A meeting between US Secretary of State Mike Pompeo and North Korean officials set for Thursday in New York has been postponed and will be rescheduled "when our respective schedules permit," the US State Department said on Wednesday.
In a statement, it added, "Ongoing conversations continue to take place," but did not elaborate.
"The United States remains focused on fulfilling the commitments agreed to by President Trump and Chairman Kim at the Singapore summit in June," it said.
The exact reason for the postponement was unclear.
A senior South Korean foreign ministry official said that although the rescheduling was regrettable, there was no need to "overthink the postponement", according to Yonhap news agency on Wednesday.
"I think we have to look at it as a part of the process of reaching complete denuclearisation and setting up a peace regime," Yonhap cited the unnamed official as saying.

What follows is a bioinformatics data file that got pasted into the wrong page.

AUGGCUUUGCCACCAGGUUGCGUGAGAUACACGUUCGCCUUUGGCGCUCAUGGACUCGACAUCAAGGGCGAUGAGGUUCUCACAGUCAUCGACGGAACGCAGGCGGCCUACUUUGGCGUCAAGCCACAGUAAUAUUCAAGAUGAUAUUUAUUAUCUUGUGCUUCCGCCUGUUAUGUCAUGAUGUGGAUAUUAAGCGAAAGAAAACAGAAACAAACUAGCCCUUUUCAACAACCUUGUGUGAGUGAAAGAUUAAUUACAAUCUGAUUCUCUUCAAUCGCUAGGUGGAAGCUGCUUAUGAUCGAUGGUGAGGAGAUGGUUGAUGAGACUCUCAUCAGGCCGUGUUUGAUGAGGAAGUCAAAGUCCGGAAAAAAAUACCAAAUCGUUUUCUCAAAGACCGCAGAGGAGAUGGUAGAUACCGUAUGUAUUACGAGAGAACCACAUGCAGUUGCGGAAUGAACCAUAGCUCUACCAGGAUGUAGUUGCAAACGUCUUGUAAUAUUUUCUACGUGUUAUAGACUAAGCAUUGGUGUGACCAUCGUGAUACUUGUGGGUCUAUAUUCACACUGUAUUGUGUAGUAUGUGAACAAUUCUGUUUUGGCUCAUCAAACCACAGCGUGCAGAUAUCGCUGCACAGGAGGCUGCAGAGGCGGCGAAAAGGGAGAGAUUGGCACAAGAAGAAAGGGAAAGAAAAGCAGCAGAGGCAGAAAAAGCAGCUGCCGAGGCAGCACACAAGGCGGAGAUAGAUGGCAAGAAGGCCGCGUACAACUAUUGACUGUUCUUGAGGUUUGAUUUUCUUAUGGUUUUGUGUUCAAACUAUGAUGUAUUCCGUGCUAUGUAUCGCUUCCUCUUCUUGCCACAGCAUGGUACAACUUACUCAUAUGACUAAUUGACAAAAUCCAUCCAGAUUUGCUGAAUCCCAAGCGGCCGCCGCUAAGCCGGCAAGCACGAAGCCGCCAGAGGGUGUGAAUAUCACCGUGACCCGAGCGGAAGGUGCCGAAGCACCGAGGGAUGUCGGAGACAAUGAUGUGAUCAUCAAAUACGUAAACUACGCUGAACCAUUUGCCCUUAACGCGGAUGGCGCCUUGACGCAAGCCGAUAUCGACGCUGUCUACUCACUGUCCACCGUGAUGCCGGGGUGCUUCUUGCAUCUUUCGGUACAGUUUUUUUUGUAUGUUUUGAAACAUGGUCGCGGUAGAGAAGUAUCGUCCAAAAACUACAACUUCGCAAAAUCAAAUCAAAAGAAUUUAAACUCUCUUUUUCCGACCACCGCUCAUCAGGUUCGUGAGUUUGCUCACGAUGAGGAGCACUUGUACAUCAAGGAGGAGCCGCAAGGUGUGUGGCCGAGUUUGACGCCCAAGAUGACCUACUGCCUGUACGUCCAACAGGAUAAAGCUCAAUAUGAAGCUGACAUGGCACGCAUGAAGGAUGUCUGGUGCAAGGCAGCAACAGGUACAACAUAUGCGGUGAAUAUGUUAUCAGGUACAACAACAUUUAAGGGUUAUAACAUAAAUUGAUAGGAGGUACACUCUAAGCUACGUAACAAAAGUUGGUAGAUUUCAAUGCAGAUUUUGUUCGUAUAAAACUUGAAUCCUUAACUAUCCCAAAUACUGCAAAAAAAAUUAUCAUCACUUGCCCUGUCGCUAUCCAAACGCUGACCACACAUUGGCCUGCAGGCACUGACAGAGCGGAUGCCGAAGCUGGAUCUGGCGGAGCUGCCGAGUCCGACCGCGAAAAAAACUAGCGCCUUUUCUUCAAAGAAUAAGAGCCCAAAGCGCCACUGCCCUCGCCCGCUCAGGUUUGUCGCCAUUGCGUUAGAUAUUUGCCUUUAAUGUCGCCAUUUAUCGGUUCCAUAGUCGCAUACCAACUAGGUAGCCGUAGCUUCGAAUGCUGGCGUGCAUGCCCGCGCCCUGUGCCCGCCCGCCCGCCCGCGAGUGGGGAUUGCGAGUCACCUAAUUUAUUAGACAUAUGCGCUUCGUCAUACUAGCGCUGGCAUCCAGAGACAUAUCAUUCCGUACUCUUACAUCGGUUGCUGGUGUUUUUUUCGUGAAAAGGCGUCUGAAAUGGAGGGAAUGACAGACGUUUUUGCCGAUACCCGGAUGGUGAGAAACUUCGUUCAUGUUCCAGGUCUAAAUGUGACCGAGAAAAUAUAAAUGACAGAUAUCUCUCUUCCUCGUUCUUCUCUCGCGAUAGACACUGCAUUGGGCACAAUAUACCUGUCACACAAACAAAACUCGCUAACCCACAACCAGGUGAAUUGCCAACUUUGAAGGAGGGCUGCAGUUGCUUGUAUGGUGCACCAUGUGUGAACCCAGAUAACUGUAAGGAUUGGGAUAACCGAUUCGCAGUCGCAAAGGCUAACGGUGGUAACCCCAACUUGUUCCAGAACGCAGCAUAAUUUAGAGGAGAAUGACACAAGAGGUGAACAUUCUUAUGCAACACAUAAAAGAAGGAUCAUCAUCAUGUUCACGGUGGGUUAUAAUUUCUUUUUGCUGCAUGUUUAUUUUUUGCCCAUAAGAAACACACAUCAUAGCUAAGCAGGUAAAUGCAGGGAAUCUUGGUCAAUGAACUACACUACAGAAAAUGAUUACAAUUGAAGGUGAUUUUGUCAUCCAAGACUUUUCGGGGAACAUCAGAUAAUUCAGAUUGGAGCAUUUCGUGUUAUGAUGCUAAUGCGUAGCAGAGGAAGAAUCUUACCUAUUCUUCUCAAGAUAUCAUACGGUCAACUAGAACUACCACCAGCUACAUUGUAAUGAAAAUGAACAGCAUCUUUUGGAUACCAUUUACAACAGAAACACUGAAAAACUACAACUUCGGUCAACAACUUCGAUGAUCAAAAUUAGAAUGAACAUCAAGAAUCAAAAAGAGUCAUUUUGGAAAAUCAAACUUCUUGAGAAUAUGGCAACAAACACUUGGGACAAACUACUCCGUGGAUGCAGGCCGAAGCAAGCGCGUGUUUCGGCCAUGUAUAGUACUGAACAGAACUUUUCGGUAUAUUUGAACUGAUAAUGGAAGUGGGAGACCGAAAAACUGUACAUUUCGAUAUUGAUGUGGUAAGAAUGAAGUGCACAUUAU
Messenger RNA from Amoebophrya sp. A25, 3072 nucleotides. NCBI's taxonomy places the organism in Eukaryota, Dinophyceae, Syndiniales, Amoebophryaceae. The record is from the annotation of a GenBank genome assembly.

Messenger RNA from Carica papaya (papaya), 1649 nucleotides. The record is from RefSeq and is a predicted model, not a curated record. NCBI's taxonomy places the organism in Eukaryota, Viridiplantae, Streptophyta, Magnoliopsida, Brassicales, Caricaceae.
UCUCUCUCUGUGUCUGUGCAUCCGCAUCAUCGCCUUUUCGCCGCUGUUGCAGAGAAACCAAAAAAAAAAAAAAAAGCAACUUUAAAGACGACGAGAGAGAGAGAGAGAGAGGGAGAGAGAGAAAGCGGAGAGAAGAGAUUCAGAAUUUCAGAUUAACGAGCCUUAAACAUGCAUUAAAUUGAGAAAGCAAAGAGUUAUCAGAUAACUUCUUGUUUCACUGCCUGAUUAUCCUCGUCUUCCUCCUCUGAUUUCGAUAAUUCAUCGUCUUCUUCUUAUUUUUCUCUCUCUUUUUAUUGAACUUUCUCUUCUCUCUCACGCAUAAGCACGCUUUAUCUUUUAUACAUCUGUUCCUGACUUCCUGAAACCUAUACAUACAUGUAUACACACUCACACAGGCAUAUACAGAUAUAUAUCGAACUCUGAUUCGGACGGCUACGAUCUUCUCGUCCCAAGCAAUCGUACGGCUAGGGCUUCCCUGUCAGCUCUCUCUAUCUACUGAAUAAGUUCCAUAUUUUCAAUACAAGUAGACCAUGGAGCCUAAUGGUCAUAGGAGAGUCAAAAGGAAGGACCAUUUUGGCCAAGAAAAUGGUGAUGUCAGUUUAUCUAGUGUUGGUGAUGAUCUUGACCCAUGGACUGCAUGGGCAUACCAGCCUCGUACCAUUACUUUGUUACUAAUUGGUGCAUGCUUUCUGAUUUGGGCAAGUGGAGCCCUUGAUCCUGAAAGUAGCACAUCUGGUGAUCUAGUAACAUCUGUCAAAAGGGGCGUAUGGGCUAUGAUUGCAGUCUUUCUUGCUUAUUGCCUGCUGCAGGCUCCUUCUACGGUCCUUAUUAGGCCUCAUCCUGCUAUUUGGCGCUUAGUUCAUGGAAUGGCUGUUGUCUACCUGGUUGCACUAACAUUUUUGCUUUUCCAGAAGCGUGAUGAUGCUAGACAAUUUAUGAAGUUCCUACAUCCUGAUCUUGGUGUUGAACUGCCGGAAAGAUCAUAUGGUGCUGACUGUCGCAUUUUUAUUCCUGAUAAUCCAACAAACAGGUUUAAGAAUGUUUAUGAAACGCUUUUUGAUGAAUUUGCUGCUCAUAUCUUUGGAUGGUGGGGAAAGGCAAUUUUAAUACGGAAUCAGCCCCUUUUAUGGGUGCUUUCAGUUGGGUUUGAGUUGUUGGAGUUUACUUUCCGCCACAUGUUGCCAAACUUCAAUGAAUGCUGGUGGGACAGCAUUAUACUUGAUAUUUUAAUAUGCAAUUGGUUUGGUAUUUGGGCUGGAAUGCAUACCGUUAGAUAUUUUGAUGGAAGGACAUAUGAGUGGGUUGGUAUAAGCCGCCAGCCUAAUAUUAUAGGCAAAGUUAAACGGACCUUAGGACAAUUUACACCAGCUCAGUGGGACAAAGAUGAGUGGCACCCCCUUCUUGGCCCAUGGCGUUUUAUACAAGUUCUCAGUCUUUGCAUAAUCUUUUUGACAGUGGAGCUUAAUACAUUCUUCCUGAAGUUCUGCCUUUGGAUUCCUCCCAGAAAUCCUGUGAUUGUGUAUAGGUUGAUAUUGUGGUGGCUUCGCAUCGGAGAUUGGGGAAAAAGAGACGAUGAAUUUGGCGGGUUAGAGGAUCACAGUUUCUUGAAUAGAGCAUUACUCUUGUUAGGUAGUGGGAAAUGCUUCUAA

Pompeo had been due to hold talks with senior North Korean official Kim Yong Chol, which were hoped to pave the way for a second summit between President Donald Trump and North Korean leader Kim Jong Un and make progress on denuclearization.
Trump's Republican party lost control of the US House of Representatives on Tuesday after the Democrats rode a wave of dissatisfaction with his presidency at US mid-term elections.
While Republicans maintained control of the Senate, the Democrats now have the opportunity to block Trump's agenda and open his administration to intense scrutiny.
Some analysts suggest a domestically weakened Trump may impact his foreign policy, even test his North Korean diplomatic gambit.
Pompeo's meeting agenda had been to "discuss making progress on all four pillars of the Singapore Summit joint statement, including achieving the final, fully verified denuclearization" of North Korea, the State Department had said this week.
Trump and Kim held their first summit in Singapore in June -- the first summit of an incumbent US president and a North Korean leader.
At that meeting, Kim, who is seeking relief from tough US-led sanctions, committed to work toward denuclearization, but his steps since have fallen short of US demands for irreversible moves to abandon a weapons program that potentially threatens the United States.
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